Beyond backup power, battery storage can also be used to capture a higher value for solar in areas served by utility providers that don’t offer net metering or have more expensive rates during certain times of the day. In these scenarios, homes are able to maximize their solar savings potential by programming the battery system to store energy when rates are low to then be used when rates are high. Get the full scoop in our Home Battery Storage + Solar PV In 2019 blog.
Solar panel systems in North Carolina require little to no maintenance or cleaning. In areas like Arizona that have high dust and little precipitation, cleaning your solar panels is a thing. However, here in the South-East, our temperate climate and relatively frequent rainy days means dust and dirt don’t really build up so cleaning your panels is not something you need to have on your to-do list. At most, homes with heavy tree coverage might experience some tree sap buildup. But if there is a significant amount of sap on your panels, you probably have trees too close to your home. We recommend that homeowners do not attempt to get on their roof to clean their panels — safety first!
For our friends at the coast, there is an official salt mist resistance test (IEC 61701) applied to solar panels. Any module that has this certification is rated to be installed along the coast. There are different levels to this test that give better protection the closer you get to the ocean, but most panels have at least level 1 certification.
As for the NC pollen surge each year, there’s no need to add your solar system to your spring cleaning list. We model in the production loss from soiling (pollen, leaves, dust, water, deposits, etc.) when we design your system. One of our customers actually put their system to the test by tracking the impact of pollen on their solar system’s production. Based on what they tracked and calculated from their monitoring data, there was an insignificant decrease in production during pollen season. With solar panel cleaning packages in our area starting around $200, the lost production value is minimal and not worth the service fee. You’re best to tap into mother nature’s free cleaning service by waiting for the next rain to come through.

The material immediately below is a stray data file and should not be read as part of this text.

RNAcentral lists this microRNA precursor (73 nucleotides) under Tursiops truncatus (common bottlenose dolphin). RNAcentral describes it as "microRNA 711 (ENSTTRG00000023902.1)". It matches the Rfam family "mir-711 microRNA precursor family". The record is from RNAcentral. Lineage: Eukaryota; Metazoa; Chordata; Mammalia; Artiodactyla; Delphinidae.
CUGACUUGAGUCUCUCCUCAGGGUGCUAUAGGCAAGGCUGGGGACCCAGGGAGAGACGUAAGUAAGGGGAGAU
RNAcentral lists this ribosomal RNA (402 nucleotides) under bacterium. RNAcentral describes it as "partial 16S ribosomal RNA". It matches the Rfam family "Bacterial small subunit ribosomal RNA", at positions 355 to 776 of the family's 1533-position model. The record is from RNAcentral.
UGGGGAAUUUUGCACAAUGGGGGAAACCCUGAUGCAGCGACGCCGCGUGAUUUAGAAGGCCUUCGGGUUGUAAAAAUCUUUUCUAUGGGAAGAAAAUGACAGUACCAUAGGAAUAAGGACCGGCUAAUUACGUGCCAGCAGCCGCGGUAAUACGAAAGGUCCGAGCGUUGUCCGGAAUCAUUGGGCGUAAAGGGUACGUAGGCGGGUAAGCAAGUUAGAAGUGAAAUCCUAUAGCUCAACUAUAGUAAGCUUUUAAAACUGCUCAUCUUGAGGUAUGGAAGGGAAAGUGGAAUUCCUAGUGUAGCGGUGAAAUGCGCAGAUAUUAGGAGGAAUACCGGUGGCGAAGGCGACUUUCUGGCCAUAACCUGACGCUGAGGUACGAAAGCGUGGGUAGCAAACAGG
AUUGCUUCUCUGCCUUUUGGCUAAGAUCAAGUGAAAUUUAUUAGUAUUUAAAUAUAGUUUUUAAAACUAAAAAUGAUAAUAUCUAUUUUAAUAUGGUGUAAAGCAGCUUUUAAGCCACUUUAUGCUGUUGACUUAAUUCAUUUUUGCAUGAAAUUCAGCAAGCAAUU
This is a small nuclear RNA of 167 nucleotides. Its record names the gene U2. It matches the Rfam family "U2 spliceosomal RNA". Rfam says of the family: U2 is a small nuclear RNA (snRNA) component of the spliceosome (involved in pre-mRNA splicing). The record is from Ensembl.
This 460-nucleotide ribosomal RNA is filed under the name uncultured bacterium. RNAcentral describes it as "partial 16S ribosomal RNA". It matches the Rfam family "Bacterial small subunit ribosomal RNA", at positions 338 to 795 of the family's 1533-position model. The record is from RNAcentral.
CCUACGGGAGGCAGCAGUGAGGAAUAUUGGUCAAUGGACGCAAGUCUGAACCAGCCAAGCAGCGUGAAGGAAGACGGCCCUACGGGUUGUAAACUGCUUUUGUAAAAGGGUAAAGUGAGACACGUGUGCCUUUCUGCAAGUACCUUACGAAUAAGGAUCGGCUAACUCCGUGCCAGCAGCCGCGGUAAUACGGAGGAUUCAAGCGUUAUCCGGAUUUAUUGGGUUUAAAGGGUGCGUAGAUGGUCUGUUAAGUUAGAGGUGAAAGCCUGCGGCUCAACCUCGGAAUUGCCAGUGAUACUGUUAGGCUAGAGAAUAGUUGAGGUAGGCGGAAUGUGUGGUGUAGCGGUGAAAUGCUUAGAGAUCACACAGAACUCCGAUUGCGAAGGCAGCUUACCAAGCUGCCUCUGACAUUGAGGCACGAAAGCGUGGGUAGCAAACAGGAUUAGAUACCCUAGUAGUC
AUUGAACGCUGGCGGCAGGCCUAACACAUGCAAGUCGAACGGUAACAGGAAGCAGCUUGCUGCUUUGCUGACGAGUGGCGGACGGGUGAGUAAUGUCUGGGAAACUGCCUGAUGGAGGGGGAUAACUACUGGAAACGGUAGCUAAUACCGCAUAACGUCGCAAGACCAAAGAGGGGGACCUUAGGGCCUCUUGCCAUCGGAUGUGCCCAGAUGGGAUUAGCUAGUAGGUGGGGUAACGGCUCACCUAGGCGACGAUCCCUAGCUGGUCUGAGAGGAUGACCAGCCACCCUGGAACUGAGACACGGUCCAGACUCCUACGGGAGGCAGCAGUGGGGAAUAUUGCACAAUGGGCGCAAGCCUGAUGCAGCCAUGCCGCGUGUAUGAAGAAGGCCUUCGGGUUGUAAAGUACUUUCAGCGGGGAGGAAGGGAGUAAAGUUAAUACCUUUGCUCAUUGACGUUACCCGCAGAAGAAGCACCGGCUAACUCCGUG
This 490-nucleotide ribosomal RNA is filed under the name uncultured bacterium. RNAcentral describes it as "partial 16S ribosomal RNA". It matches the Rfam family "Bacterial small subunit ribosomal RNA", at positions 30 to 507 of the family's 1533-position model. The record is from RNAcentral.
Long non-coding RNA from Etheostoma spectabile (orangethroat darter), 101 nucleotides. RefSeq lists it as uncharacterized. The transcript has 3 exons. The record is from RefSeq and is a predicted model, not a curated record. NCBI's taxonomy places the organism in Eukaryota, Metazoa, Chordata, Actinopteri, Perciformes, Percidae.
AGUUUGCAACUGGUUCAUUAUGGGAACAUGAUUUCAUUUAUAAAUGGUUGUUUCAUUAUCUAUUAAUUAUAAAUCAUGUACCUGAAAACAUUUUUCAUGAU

With hurricane season approaching, knowing how your solar system will hold up in wind and hail is important. Luckily, this isn’t something you need to spend much time worrying about.
Through our design and permitting process, the solar systems we install are specifically engineered to endure high wind-speeds and typically tested by manufacturers to ensure they can survive hurricane conditions. Most solar panels are certified to withstand winds of up to approximately 140 miles-per-hour. As long as your roof is in place, your panels will be right there with it. Additionally, the typical aluminum and glass casings that hold solar cells are highly waterproof, even during extreme rain. As for hail, most panels are engineered to bear the impact of hail 1” in diameter.
With that said: trees, falling limbs, and other debris could damage your solar system or the surrounding roof may be damaged. The good news is that the racking system we use allows us to easily remove the panels so that the roof can be repaired. If either of these events occur, the damages should be covered by your homeowners insurance and we will work with you to make sure you have all the information you need to file a claim.
Most panels typically carry a 12 year product warranty and a 25 year power output warranty. The power output warranty guarantees that, in 25 years, each panel will produce approximately 85% as much electricity as it does when it’s first installed (the exact percentage varies by manufacturer). Note — after year 25 your panels will still continue to produce energy and will continue to degrade at the same rate. If a panel’s production level drops below the linear degradation rate defined in its warranty, the manufacturer will replace the panel! The inverter also has a standard 12 year warranty, while the optimizers will come with a 25 year warranty.
Every solar company’s process for helping you go solar is a little bit different, so we can only speak to how we do things.